"Like A Wrecking Ball..."

Excerpted from John Hussman's Weekly Market Comment...


What the “low interest rates justify high valuations” mantra has really done is to ensure that all asset classes are now priced at levels that are likely to generate dismal returns in the coming years. The chart below shows our best estimate of 12-year prospective nominal total returns on a conventional portfolio mix invested 60% in the S&P 500 Index, 30% in Treasury bonds, and 10% in Treasury bills. The red line shows actual subsequent 12-year returns on this mix. The current estimate is only about 1% annually, with the Treasury bond and T-bill components responsible for virtually all of that return, as the expected return on the S&P 500 component is close to zero.


What’s often missed in the “low interest rates justify higher valuations” argument is that this proposition assumes that future cash flows and growth rates are held constant. If instead low interest rates emerge as a consequence of low expected nominal growth, valuation multiples should not be affected at all, yet prospective returns will still be lower anyway (you can demonstrate this to yourself by reducing both r and g equally in a basic dividend discount model). To elevate valuation multiples in this situation is to drive prospective returns down twice; a mistaken form of double-counting.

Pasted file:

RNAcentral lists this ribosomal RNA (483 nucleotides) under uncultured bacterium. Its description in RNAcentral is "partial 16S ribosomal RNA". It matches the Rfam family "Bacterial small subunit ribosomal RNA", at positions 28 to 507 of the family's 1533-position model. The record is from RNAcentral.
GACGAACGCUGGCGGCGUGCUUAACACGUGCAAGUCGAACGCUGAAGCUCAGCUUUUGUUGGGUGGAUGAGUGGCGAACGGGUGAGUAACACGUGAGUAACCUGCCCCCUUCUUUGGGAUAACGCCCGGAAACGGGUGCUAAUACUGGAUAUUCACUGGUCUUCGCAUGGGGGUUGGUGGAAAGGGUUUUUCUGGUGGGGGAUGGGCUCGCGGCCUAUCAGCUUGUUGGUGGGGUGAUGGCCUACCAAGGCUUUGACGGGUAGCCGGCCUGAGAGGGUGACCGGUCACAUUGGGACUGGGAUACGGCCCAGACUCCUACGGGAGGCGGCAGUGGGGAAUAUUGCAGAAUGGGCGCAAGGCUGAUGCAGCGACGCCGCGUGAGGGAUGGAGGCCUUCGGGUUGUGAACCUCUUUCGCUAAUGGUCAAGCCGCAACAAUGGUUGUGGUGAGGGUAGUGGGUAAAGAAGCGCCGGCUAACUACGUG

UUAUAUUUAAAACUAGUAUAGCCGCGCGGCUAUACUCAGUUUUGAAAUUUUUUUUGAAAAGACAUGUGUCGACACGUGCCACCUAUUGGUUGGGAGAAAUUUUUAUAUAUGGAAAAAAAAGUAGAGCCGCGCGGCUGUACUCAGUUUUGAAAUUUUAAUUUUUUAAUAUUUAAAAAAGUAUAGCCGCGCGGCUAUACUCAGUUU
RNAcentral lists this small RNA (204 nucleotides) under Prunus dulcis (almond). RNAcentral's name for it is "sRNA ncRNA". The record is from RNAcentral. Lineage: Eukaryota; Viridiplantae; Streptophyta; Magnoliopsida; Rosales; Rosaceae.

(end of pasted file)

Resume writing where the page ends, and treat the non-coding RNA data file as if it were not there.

The pendulum of speculation has swung far and has grown increasingly grotesque in order to reach this point. It will be a wrecking ball when it returns to earth.

It came in like a wrecking ball!
Did not expect that margin call!
(apologies to Miley Cyrus)


I’ve periodically framed market action from the perspective of Didier Sornette’s model of log-periodic power-law bubbles (see my recent comments in Fair Value and Bubbles: 2017 Edition). Our current best-fit to this structure is presented below. Based on recent market dynamics, I’ve refined the date of the “finite-time singularity” in this model. That “critical point” is not necessarily the date of a peak or the beginning of a crash, but what Sornette describes as “an inflection point from self-reinforcing speculation to fragile instability.” It’s also worth remembering that the “catalysts” associated with sharp market losses have often been fully recognized only after the fact, if at all. As Sornette observes, “The collapse is fundamentally due to the unstable position; the instantaneous cause of the crash is secondary.”